As a business owner, your primary goal isn't just to turn a profit — it's also to ensure that the work environment you provide your staff is safe. One possible threat to workplaces can be sexual harassment. Not only can this be difficult for the victim, but it can also leave you entangled in lawsuits that drain your bank account and energy. To successfully send a message that sexual harassment isn't welcome in your workplace, as well as show that you weren't negligent in the event of a suit, here are some simple steps that you must plan to take.
Not every employee will have a clear idea of what constitutes sexual harassment in the workplace, and this can result in someone saying something or acting in a manner that is inappropriate. Education can go a long way toward curbing this type of behavior, so make it mandatory for your employees to attend sexual harassment training. There are many companies that provide this sort of training, so you can arrange to have an expert come in and lead your group through this discussion. When everyone has an understanding of what sexual harassment is, the risk of it should be lower.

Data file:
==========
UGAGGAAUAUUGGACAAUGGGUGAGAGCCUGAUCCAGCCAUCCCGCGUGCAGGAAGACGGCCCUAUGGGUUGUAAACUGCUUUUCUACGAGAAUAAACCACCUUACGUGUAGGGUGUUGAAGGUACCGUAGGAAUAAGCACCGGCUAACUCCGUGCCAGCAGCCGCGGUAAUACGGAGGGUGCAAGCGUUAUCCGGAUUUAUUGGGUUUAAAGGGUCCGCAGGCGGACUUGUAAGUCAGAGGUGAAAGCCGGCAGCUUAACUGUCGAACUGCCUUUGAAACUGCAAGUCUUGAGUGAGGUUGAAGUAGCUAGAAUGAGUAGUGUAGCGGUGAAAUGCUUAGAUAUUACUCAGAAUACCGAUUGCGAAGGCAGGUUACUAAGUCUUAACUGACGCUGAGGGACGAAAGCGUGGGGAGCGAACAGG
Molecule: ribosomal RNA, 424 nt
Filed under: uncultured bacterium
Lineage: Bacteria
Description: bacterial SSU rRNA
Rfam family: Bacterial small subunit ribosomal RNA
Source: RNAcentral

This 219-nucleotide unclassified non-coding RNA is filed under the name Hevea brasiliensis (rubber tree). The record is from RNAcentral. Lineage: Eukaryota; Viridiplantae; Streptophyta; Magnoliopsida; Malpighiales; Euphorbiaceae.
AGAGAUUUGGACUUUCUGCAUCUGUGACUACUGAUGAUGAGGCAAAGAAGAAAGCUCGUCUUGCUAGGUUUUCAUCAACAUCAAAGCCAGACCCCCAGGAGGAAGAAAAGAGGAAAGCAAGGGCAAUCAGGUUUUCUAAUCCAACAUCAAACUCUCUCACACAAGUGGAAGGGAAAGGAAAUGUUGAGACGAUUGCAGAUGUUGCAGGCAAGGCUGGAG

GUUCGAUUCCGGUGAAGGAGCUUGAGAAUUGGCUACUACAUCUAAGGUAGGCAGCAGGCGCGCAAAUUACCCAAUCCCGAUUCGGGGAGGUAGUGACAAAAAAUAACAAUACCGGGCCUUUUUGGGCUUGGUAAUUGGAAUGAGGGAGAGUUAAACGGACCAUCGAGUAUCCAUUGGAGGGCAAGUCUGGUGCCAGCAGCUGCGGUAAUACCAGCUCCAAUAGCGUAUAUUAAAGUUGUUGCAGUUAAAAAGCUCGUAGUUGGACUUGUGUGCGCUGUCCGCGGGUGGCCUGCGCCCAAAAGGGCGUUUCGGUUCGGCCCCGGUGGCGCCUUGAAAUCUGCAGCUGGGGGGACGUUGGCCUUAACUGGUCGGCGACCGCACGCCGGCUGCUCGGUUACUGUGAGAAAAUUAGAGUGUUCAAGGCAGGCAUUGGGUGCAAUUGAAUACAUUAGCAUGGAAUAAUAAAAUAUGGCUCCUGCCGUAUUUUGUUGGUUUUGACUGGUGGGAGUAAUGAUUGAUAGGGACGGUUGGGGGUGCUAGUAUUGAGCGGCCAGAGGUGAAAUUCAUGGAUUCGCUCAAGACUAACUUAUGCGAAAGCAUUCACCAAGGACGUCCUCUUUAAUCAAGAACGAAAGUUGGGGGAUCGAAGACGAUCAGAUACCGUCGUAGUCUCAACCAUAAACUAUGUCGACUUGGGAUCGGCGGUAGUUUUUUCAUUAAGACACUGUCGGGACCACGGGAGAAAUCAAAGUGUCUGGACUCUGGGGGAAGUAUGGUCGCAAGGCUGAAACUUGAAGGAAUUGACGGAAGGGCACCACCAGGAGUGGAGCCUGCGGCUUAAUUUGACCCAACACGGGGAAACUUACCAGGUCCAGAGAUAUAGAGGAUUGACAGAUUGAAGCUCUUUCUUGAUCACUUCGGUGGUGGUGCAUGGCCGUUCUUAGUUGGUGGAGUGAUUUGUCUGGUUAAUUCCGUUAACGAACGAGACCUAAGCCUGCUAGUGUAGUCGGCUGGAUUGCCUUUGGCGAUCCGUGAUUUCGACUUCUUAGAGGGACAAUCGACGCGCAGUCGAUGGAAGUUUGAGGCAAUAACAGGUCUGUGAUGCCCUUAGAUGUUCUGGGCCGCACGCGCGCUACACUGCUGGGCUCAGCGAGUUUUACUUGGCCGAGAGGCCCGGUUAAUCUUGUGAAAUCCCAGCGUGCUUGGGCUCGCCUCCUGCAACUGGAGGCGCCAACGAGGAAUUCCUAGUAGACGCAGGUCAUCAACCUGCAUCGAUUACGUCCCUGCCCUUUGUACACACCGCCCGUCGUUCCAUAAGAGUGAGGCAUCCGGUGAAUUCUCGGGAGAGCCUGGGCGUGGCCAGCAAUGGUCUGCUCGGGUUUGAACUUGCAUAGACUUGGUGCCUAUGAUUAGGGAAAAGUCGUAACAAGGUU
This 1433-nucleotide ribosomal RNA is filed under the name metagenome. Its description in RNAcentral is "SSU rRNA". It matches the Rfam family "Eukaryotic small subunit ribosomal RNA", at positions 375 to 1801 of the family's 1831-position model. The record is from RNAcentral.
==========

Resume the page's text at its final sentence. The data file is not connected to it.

Keep HR's Door Open
You never want your employees who feel as though they're victims of sexual harassment to not know how to proceed. If a lawsuit were to come in the future, it could be alleged that you weren't giving your employees the steps on how to handle being victimized. To this end, make sure that everyone knows that they can always speak to human resources about anything that is bothering them. Your HR department, even if it's just a single person, should always be ready to hear about anything from any employee — in a confidential manner, of course.
Have Zero Tolerance
You must also demonstrate that you have zero tolerance for those who sexually harass their colleagues. This can include termination upon the first offense if the offense is particular egregious. For lesser offenses, such as someone saying an off-color remark and then immediately apologizing, a verbal or written warning may occur. For things in between, sending the person home without pay or other such measures can all help to show your workforce that you don't tolerate sexual harassment — as well as demonstrating yourself to be proactive dealing with this issue, rather than negligent, in the event of future legal action.
If legal action is taken against your company, make sure you speak with a sexual harassment attorney as soon as possible to help you and your company handle this sensitive situation.